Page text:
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What is the probate process and how does it work?

On Behalf of | Mar 23, 2018 | estate planning and probate, Firm News | 0 comments

When someone dies, their will has to be authenticated before any distributions to beneficiaries can be made. This probate process is presided over by a judge. He or she ensures that necessary steps are taken in settling an estate through probate and that, if no will exists, state intestate succession laws are upheld.

One of the first tasks that a probate judge must handle when a new case comes before him or her is authenticating the will. The judge must determine whether the will filed is indeed the last known one written by the decedent. The signature on it must be confirmed to be his or hers as well.

The next step in the probate process is for a judge to appoint a personal representative (PR) to settle the estate. In cases in which the decedent had a will, he or she likely already appointed one. If there is no will, then a decedent’s next of kin will be asked to handle this task.

After the PR is appointed, the judge will instruct that person regarding their responsibilities. One of the tasks he or she will ask the PR to complete is locating and protecting any assets the decedent may have left behind. The PR may have to commission appraisals of any assets with unknown values or review bank statements to gain a better perspective as to the value of the decedent’s estate.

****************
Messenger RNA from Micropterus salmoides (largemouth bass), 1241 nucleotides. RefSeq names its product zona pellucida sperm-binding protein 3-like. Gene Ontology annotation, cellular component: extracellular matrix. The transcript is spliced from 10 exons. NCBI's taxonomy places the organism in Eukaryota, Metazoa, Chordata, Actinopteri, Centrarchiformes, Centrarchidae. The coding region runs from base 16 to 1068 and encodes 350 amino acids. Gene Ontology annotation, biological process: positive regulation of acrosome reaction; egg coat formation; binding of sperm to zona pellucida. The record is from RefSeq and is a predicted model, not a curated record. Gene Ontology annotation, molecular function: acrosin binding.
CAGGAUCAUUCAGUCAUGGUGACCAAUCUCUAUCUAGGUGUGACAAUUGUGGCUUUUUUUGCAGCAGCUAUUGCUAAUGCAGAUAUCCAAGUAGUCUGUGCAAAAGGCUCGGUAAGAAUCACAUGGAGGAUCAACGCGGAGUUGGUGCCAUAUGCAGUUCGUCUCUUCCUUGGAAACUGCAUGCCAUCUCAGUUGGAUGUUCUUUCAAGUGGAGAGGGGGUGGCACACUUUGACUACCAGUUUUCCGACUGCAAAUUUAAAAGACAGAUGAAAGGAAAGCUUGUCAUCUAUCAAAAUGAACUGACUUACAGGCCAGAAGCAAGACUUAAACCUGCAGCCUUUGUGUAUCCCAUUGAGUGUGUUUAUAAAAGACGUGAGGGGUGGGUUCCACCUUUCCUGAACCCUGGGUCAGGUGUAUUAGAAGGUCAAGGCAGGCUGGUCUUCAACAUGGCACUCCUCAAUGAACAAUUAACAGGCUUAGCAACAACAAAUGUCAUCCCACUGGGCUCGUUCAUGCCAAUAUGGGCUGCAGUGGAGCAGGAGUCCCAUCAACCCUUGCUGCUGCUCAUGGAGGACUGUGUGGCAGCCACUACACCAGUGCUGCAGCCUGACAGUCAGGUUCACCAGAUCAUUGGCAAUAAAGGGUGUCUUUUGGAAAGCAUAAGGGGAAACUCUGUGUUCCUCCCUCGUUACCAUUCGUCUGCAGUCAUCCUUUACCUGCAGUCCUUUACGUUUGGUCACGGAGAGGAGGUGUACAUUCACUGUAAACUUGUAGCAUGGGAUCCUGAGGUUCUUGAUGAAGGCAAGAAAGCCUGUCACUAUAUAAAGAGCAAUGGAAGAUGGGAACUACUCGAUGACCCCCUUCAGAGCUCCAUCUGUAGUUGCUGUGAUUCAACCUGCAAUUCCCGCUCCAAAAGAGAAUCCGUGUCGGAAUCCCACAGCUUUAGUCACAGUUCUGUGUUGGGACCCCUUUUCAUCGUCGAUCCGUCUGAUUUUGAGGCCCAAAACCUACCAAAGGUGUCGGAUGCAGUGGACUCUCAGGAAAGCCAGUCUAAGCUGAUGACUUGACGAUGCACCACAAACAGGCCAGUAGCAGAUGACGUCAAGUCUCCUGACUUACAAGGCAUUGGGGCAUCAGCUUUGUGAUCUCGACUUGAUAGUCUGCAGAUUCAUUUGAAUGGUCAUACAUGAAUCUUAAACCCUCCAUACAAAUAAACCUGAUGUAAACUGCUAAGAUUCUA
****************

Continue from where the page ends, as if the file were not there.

The PR must next identify the decedent’s creditors and advise them of the situation. In some jurisdictions, a notice of death may even need to be published in the local paper in case there are unknown creditors. Creditors generally have a small window during which they can collect on past due debts. A PR must next pay any valid debts owed.

Preparing the decedent’s final income tax return is the penultimate responsibility assigned to the PR. It becomes their obligation to pay any inheritance taxes the estate owes within nine months of the decedent’s passing. It’s only after filing taxes that the PR can ask the judge for permission to distribute what’s left of the estate to the beneficiaries.

When there is no will or an invalid or contested one, judges follow state laws in making distributions from the decedent’s estate. If you’d like to gain a clearer picture of the responsibilities of a PR, then a Trenton estate planning and probate attorney can provide guidance in your legal matter.

Source: The Balance, “Learn What Happens During Probate,” Julie Garber, accessed March 23, 2018